Thursday, October 30, 2008
I own one pair of cowboy boots.
They aren’t the razzle-dazzle, city-fied country boots either. Granted, they’re not true down-and-dirty boots – they’re somewhere between the two extremes. They’re brown, a little loose, and, when I pulled them from my closet this morning, a little dusty.
I’ve heard that smell can be the most powerful memory tool, but sight’s pretty good, too. As I put on these two-year-old boots, a dim memory – not really a memory, but the memory of a picture of myself as a two-year-old – came into view. I was in nothin’ but a diaper – you know, those pictures that your Mom takes that will embarrass you later in life. But I was standing in my daddy’s boots.
The boots came up past my knees; who knows how I even got them on my tiny (at that time) feet. But they were the real deal, cowboy boots that he wore to work each day.
I vividly remember a brown set that he had that were always covered in dust, probably a hazard of the workplace. And, once I purchased my own, for sentimental as well as fashion reasons, I wondered how in the world my dad could work in boots all day long. They are not the best comfort shoes. They have hard soles, pointy toes, and they often stick to your legs, which is not good for those of us who are claustrophobic. Wouldn’t a pair of rubber-soled, flexible tennis shoes be better?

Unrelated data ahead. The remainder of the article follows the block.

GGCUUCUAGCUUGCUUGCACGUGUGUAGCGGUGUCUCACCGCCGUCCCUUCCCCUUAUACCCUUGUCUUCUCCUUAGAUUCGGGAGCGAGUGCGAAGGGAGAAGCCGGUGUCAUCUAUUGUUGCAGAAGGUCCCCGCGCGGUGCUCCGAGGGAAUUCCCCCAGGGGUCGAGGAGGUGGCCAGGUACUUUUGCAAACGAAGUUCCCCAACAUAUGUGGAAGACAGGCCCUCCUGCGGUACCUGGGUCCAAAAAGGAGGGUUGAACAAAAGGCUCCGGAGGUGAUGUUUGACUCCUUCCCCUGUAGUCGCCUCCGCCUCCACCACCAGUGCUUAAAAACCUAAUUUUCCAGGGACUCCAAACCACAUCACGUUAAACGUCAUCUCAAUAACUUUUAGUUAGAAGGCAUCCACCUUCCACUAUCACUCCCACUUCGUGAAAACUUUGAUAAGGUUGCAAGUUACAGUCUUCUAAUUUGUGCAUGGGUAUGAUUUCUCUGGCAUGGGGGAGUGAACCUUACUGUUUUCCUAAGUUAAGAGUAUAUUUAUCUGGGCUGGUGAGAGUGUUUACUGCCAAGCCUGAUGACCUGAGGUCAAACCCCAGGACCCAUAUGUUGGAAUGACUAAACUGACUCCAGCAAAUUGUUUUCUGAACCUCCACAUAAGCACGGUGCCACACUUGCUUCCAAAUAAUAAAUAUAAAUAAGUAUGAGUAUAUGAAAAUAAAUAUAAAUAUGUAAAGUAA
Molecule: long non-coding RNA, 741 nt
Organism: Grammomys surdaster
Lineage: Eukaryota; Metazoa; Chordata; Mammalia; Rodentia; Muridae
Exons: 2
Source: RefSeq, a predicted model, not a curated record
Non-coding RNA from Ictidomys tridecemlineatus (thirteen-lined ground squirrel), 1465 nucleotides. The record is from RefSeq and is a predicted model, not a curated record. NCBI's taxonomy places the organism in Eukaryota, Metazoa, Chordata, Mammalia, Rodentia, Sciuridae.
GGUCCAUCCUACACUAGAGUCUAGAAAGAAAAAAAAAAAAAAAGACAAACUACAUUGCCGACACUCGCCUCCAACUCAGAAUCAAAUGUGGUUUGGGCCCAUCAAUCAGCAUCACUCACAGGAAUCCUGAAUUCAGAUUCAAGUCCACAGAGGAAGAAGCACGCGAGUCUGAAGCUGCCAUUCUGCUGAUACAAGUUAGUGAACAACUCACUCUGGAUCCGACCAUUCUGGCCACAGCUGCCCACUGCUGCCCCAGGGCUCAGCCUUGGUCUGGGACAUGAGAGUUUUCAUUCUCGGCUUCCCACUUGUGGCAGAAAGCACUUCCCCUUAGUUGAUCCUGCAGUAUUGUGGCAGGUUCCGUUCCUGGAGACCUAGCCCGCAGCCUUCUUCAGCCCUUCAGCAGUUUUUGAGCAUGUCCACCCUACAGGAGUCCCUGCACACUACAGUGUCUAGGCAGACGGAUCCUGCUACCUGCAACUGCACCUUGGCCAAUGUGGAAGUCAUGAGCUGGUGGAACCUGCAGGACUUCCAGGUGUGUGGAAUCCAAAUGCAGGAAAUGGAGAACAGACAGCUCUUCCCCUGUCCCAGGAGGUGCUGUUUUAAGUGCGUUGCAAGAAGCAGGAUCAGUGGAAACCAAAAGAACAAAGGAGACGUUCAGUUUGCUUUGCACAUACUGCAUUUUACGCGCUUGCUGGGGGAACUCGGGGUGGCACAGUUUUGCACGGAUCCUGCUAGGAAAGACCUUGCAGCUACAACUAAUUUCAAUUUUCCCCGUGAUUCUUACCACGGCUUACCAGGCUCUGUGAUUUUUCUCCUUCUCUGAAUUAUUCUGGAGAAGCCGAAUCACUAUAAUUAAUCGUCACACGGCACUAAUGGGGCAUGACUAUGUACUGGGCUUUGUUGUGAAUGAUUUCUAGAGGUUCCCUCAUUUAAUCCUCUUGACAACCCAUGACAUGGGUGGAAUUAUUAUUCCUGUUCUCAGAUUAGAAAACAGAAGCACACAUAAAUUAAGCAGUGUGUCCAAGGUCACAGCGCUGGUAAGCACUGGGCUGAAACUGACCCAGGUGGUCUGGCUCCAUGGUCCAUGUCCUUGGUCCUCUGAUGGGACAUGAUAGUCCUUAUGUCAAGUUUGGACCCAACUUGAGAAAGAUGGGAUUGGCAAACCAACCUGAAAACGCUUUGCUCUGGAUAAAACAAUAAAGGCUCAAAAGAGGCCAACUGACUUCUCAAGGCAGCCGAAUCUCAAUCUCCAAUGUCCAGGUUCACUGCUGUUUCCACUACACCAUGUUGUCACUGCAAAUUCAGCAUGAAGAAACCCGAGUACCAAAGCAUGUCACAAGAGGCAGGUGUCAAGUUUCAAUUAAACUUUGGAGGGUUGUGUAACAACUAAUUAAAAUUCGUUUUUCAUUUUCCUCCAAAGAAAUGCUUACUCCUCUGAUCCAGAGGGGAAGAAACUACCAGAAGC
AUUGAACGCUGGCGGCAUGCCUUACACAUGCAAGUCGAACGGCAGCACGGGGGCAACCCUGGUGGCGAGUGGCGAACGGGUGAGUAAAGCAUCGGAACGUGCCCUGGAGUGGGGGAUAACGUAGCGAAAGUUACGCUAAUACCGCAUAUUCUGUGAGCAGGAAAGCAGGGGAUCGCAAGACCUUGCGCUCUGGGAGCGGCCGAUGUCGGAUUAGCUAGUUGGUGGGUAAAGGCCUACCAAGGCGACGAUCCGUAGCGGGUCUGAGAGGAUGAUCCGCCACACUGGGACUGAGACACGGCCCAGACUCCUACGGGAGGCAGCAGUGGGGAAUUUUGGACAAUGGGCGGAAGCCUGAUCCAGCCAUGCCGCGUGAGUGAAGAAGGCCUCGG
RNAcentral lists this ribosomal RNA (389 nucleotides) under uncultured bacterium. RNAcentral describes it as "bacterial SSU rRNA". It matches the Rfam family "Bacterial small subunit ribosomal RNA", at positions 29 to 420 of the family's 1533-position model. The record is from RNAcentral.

As I walked to class this morning in my boots, I felt calluses coming up on my feet. I remembered my dad walking in his boots. And then I remembered what he wore now on his feet:
Flexible, comfortable, fairly expensive Rockports.
The man has learned. And I think I’m wearing some tennis shoes tomorrow.